Manila Standard Today publishes results of its own polls intended to monitor public attitudes and preferences with regard the forthcoming 2010 Philippine elections. The Standard Poll, as it is officially called, covers not just voter preferences but also looks at issues affecting voter decision-making and pertinent concerns of the public regarding the May 2010 elections.

While the practice in the past has been for public opinion polling institutions to conduct pre-election and exit polls then partner with media institutions to exclusively report and publish the survey findings, MST is breaking new ground by having its own capability to conduct and report its own polls. This development is the first in the Philippines following after the way of CBS/New York Times poll and the Washington Post in the United States.

MST is directly responsible for designing the sampling methodology, defining the survey agenda, developing the questionnaire, processing, analyzing and interpreting survey data, and reporting the survey findings; field execution of the questionnaire is conducted by a professional field research agency under the strict supervision of the MST Polling Director.

MST Poll’s mission can be summed up with the acronym SMART.  S is for Scientific – by employing science as a a means to understand society. M means Measurable – by quantifying concepts related to our everyday situations.   A stands for Accuracy – by ensuring that from design to reporting, the methods are precise so that it can faithfully represent what is being measured. R is for Relevance – by monitoring pressing issues of the day which affect ordinary citizens. T for Transparency – by making the details of the design and reporting accessible to both the general public and all other interested parties; open to public scrutiny and research professionals. The MST Poll adheres to the best practices and high standards held by the World Association for Public Opinion Research (WAPOR).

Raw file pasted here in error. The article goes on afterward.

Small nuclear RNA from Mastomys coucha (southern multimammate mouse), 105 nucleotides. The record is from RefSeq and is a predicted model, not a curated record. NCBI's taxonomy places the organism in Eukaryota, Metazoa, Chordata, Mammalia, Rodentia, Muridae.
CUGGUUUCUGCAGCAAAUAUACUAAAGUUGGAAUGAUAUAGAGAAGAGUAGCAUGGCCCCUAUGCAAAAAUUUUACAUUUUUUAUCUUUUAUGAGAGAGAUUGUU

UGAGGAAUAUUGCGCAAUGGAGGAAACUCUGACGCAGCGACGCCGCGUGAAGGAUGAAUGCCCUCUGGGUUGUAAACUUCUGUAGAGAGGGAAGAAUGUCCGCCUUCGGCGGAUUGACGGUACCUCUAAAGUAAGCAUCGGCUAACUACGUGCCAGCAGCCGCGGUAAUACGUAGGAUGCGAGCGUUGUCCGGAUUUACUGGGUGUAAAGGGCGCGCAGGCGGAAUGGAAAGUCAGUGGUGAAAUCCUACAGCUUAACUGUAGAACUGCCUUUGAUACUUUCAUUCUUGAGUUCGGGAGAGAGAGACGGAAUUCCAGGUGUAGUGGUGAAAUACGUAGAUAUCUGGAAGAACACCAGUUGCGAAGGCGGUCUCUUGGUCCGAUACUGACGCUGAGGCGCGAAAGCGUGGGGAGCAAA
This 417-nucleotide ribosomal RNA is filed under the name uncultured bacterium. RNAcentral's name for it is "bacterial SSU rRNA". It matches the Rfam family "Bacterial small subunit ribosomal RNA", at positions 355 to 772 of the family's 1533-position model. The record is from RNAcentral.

The employment of scientific methods in journalism has been introduced in the early 70s by Prof. Philip Meyer, which he terms “Precision Journalism,” in order to bring rigor to journalistic practices beyond anecdotal evidence. The MST Poll hopes to start this trend in the Philippines with the use of quantitative and qualitative research methods to better understand and report how we perceive issues and why we perceive it as such. It is a great honor to act as a reporter of the Filipinos’ collective opinions, attitudes and behavior.

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